2. Engage in deep breathing. This will help you stay in the observation mode and help you refrain from reacting or distracting yourself from the hard feelings. It also gets you out of the fight, flight, freeze mode and helps you slip into a much calmer, peaceful state.There are so many patterns of deep breathing to try, but a simple way to start is by inhaling through the nose for a count of 8 while filling up the belly (not the chest) and exhale through the mouth for a count of 8 through slightly pursed lips. Keep it continuous, so after the exhale, go right into another inhale. 2-3 minutes usually does the trick, but go longer if needed until you feel a shift towards calmness. The key is to focus on the breath and the feelings in your body, not the story behind it.
  3. Tap it out. EFT (Emotional Freedom Techniques) is one of my favorite ways to deal with hard emotions, especially when I’m really emotionally charged and I know I’ll be ruminating about the thing that set me off all day. I also like to do it when I notice a pattern of the same emotion coming up in my life. Tapping is way to get to the root cause of where that pattern comes from, so it is literally the opposite of sweeping it under the rug or distracting myself from it. I process it, and it’s done. No rumination necessary.
  4. Journal about it. This works well for a lot of people that like to get their thoughts and feelings down and out of their head. It can be really cathartic and bring clarity to the underlying factors of the emotions. Free form writing of whatever comes to mind as a stream of consciousness is a good way to start. No one is reading it, so it doesn’t have to make sense. It’s literally a way to get the thoughts out of your head and onto paper or computer screen. After tapping, I sometimes journal because solutions or clarity will come to mind after my emotions calm down, and I like to jot those thoughts and ideas down.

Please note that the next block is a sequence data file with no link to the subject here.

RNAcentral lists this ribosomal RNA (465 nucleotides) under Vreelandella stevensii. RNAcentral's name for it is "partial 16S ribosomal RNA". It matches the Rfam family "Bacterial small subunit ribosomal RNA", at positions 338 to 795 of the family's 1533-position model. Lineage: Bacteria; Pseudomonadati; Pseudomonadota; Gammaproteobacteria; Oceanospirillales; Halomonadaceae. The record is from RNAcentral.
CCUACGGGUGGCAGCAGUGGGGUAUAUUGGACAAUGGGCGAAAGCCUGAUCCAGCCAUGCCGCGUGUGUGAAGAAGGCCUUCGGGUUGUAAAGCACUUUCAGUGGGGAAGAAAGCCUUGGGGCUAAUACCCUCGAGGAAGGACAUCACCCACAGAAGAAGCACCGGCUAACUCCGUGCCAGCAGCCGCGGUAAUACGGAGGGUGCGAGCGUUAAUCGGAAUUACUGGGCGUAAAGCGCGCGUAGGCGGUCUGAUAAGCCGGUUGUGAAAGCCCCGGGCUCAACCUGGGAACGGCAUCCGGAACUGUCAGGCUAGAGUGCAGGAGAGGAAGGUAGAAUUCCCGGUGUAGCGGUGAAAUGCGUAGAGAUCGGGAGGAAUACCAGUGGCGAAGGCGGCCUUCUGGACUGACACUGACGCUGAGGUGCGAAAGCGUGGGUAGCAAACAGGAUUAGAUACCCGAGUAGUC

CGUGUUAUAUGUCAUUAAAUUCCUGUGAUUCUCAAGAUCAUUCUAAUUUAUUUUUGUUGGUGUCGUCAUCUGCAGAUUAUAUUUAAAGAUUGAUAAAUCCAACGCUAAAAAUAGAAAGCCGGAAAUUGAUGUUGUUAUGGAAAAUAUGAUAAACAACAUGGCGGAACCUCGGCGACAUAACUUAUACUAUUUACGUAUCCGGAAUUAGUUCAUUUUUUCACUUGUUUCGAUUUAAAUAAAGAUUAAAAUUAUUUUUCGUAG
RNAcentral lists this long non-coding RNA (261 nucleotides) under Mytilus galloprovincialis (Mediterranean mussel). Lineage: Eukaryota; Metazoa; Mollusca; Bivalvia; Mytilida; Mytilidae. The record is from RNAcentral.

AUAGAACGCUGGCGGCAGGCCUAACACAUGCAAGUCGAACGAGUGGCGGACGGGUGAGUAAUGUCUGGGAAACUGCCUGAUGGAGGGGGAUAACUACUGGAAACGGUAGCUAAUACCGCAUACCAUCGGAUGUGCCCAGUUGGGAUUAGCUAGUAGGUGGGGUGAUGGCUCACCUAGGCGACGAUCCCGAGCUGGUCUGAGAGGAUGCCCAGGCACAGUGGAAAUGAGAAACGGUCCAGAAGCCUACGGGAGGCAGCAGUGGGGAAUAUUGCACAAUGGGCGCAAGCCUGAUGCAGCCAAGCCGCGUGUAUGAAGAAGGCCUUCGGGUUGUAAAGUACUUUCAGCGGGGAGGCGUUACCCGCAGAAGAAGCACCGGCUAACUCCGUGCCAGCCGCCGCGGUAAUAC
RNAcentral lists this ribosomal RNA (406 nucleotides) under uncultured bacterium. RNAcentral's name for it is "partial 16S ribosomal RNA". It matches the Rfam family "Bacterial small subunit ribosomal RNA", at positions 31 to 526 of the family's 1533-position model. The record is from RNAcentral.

The most important thing to remember is to be good to yourself and listen to your body. These negative emotions are simply signals or cues that something is off balance, so when we experience them, consider being compassionate with yourself, knowing it is just a feeling and it will pass. Treat yourself as you would treat an innocent child that is having a hard time, with an embrace and compassion. Thank the feeling for coming as it is showing you what to pay attention to. The more we resist our emotions or get angry with ourselves for having them, the more off balance we get. Observe them, notice how they affect your body without resistance, and if you find yourself in a pattern of the same emotions over and over, there may be an underlying trauma to deal with.

In dealing with underlying traumas, I personally think that EFT (Emotional Freedom Techniques) are highly effective tools because they focus on the root cause of trauma therefore effectively disrupting the patterns of strong, reactive emotions. There is plenty of clinical research that supports the effectiveness of Clinical EFT, and my personal emotional gains from EFT inspired me to become a practitioner and pay if forward to others.There are several other useful modalities like Breathwork, Craniosacral therapy, and brainwave technologies that also reap amazing emotional benefits and I like to engage in all of them. With regular practice, you’ll notice that negative emotions don’t come up as often. You’ll feel more resilient and less affected by the same factors that would trigger negative emotions in your life. It’s truly a great place to be! In the meantime, be kind and curious and enjoy your journey to emotional freedom.